The film version of "Bee Season" may appeal to those who have read the source material, Myla Goldberg's best-selling novel about family dysfunction, spelling bees and Judaism. But those who aren't as familiar with the material will likely find it befuddling.
This aloof, often cold drama may be too cerebral for its own good, as it fails to explain some of its more mystical elements. And the use of gimmicky digital effects that appear to have been inspired by the Oscar-winning film "A Beautiful Mind" prove to be one more distraction.
The one thing this drama has going for it is the astonishingly assured performance by actress Flora Cross, a newcomer who beat out Dakota Fanning for the lead role because she bears more of a resemblance to the actress playing her mother, Juliette Binoche.
Cross stars as Eliza Naumann, or Ellie, a California sixth-grader who discovers she has an aptitude for spelling. Her scholar father, Saul (Richard Gere), is thrilled by this development, seeing her abilities as a divine gift that he can encourage.
But Saul's increasing attention to his daughter has driven a wedge between him and his son, Aaron (Max Minghella), who has begun exploring other religious options. Saul also neglects his wife, Miriam (Binoche), who has been going through some spiritual angst of her own.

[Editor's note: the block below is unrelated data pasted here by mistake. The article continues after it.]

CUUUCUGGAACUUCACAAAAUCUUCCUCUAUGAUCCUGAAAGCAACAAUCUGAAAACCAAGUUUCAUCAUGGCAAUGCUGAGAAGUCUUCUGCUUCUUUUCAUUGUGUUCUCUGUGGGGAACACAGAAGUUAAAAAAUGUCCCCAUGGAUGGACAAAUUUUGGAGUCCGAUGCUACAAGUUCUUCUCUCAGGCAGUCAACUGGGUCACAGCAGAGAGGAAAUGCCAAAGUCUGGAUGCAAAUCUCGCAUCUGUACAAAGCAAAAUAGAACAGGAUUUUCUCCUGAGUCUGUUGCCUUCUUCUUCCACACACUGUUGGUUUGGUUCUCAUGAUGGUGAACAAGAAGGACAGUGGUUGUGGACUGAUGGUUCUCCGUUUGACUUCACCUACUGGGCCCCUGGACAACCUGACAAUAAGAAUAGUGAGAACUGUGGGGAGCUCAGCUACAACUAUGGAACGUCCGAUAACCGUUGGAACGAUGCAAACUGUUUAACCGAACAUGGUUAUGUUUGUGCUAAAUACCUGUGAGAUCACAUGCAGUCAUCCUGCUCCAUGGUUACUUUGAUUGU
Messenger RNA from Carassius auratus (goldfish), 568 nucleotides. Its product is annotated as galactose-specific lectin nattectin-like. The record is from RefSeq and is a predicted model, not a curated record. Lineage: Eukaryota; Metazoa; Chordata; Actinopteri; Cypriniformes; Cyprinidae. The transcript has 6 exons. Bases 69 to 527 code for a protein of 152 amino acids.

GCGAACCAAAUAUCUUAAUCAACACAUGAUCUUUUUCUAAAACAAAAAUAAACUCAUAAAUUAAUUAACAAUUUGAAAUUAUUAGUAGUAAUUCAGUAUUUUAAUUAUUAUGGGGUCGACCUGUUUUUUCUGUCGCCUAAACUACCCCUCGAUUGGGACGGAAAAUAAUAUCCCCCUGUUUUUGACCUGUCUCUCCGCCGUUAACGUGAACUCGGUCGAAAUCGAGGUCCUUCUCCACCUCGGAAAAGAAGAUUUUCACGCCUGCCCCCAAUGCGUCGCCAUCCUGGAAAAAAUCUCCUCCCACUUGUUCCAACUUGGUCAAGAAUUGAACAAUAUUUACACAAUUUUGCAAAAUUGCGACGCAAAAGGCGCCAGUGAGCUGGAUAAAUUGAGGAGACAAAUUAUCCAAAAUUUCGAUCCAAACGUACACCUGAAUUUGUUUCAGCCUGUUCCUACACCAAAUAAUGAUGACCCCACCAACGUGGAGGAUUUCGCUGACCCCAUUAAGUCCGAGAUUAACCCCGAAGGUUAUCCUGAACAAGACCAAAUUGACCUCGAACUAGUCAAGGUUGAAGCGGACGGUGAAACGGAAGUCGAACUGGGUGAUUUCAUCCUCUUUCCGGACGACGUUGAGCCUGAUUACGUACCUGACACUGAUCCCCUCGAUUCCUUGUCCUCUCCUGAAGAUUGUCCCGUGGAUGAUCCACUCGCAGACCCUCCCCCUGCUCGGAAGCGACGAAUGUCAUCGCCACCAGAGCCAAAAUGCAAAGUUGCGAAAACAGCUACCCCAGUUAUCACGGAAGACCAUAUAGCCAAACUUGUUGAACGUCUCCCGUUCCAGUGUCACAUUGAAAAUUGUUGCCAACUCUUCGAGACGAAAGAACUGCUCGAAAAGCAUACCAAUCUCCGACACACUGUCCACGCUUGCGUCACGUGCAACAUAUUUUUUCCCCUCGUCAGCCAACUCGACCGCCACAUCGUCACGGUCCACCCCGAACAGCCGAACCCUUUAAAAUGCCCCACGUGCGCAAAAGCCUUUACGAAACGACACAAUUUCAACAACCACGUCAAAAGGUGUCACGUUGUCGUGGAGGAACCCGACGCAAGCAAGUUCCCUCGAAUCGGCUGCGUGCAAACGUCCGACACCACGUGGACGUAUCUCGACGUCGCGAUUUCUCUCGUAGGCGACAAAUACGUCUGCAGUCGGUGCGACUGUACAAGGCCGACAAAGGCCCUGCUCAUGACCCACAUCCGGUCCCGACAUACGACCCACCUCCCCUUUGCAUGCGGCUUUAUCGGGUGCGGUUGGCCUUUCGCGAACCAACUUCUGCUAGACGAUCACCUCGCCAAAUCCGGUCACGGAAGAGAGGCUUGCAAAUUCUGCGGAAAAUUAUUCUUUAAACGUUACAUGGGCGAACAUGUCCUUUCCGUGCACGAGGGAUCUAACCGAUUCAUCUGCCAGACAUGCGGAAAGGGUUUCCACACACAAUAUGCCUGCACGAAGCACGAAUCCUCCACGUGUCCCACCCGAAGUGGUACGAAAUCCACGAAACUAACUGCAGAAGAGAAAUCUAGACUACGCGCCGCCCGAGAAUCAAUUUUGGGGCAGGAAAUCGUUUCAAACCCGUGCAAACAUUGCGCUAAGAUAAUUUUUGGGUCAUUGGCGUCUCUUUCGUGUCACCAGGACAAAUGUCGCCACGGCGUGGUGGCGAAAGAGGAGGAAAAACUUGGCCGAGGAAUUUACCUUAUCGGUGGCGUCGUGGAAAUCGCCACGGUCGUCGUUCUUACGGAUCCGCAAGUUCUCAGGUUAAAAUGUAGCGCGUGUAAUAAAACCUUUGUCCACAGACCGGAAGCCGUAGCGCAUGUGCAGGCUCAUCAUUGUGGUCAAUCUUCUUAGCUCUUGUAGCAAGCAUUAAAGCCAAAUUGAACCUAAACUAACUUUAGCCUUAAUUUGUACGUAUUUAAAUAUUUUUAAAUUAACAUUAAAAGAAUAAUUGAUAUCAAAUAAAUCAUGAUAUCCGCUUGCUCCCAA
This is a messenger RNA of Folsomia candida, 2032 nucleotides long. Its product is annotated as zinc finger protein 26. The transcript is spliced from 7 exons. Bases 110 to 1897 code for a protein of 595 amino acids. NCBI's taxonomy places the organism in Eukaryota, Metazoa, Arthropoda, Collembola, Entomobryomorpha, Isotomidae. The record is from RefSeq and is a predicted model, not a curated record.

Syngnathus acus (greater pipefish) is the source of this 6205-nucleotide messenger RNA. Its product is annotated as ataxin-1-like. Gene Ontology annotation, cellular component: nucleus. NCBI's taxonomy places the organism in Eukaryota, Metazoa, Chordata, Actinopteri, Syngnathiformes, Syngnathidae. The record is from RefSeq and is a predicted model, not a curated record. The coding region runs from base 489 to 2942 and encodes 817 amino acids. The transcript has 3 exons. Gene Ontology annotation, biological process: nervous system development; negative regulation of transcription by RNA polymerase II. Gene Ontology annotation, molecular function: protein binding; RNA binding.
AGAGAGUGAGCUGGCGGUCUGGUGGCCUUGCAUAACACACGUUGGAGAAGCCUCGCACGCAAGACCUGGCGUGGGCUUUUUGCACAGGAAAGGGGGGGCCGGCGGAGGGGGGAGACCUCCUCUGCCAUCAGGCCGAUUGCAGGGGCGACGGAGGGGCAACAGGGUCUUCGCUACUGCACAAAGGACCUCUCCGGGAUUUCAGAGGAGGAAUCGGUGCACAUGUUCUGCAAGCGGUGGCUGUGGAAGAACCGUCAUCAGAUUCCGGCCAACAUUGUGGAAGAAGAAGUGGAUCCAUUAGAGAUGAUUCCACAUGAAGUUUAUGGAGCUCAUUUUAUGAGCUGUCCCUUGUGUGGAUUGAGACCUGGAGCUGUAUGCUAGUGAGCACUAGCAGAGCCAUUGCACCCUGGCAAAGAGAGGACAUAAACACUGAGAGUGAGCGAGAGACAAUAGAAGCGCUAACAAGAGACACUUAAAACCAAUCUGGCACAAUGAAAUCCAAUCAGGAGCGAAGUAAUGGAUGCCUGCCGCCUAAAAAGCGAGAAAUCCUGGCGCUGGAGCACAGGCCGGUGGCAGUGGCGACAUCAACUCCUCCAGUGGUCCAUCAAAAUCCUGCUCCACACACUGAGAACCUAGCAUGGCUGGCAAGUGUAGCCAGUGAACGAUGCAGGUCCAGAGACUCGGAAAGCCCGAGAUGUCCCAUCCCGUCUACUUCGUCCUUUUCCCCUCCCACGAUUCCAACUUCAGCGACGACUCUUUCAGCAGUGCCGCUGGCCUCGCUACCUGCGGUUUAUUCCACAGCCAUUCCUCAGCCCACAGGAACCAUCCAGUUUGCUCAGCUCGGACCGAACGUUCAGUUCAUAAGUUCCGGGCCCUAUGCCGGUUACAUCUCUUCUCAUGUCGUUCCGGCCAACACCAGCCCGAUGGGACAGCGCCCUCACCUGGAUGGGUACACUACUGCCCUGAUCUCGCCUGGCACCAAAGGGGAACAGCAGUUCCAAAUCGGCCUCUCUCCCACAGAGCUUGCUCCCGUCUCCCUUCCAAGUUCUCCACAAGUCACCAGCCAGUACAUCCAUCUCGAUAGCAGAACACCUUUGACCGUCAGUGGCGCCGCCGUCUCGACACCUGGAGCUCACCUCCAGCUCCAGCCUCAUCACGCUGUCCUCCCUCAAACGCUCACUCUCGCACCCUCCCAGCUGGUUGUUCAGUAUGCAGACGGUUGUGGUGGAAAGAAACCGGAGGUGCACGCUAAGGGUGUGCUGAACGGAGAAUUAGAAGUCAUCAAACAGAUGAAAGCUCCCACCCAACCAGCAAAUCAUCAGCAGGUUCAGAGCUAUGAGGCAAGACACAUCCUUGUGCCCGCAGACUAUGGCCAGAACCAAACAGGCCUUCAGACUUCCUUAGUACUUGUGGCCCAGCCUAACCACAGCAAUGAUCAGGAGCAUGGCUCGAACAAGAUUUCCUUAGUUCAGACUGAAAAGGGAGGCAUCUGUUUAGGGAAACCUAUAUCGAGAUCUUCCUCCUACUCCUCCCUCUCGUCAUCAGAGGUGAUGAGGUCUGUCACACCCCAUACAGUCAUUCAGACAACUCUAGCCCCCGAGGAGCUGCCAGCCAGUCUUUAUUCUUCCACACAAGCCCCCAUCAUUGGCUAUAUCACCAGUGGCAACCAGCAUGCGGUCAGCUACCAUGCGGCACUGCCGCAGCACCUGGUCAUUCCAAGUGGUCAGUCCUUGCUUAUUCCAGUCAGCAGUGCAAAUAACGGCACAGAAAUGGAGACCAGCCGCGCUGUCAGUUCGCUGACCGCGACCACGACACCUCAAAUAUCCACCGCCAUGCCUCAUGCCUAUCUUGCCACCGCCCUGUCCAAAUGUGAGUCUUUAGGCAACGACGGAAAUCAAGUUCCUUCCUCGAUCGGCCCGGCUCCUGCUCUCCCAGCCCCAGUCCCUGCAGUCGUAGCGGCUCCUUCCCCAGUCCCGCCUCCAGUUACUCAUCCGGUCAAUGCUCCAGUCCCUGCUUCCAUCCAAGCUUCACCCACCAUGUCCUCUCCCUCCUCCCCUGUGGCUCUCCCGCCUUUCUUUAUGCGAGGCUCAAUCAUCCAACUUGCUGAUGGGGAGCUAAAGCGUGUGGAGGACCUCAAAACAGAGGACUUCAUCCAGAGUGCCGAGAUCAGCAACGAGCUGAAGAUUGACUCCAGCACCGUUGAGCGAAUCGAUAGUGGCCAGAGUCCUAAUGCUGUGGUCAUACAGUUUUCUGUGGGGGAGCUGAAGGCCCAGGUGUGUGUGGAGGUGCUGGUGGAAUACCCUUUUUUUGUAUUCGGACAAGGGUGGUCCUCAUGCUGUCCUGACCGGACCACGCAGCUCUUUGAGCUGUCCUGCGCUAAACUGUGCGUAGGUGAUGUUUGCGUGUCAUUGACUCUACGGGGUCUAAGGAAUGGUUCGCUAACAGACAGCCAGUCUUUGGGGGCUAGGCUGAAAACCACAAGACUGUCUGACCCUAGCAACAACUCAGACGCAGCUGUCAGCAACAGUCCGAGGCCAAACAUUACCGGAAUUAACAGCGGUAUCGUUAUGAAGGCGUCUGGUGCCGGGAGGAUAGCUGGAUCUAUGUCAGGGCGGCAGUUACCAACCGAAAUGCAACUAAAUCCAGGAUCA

Among other things, the film assumes that audiences have some knowledge of or at least some familiarity with the Kabbalah, which is pretty big leap. Many viewers will be scratching their heads as they try to figure out what Gere's character is going on about.
Also, a big plot twist involving Binoche's character is so ludicrous it's almost laughable, while the film's treatment of the Hare Krishna faith seems pretty insensitive.
This material is clearly too much for co-directors Scott McGehee and David Siegel ("The Deep End"). And they've made a seriously casting blunder with Gere, who looks too glamorous to be playing a Jewish scholar.1 comment on this story
Cross is impressive but Binoche is as neglected as her character and given very little to do."Bee Season" is rated PG-13 for scenes of simulated sex (fairly discreet by today's standards) and scattered use of strong profanity (including two uses of the so-called "R-rated" curse word). Running time: 104 minutes.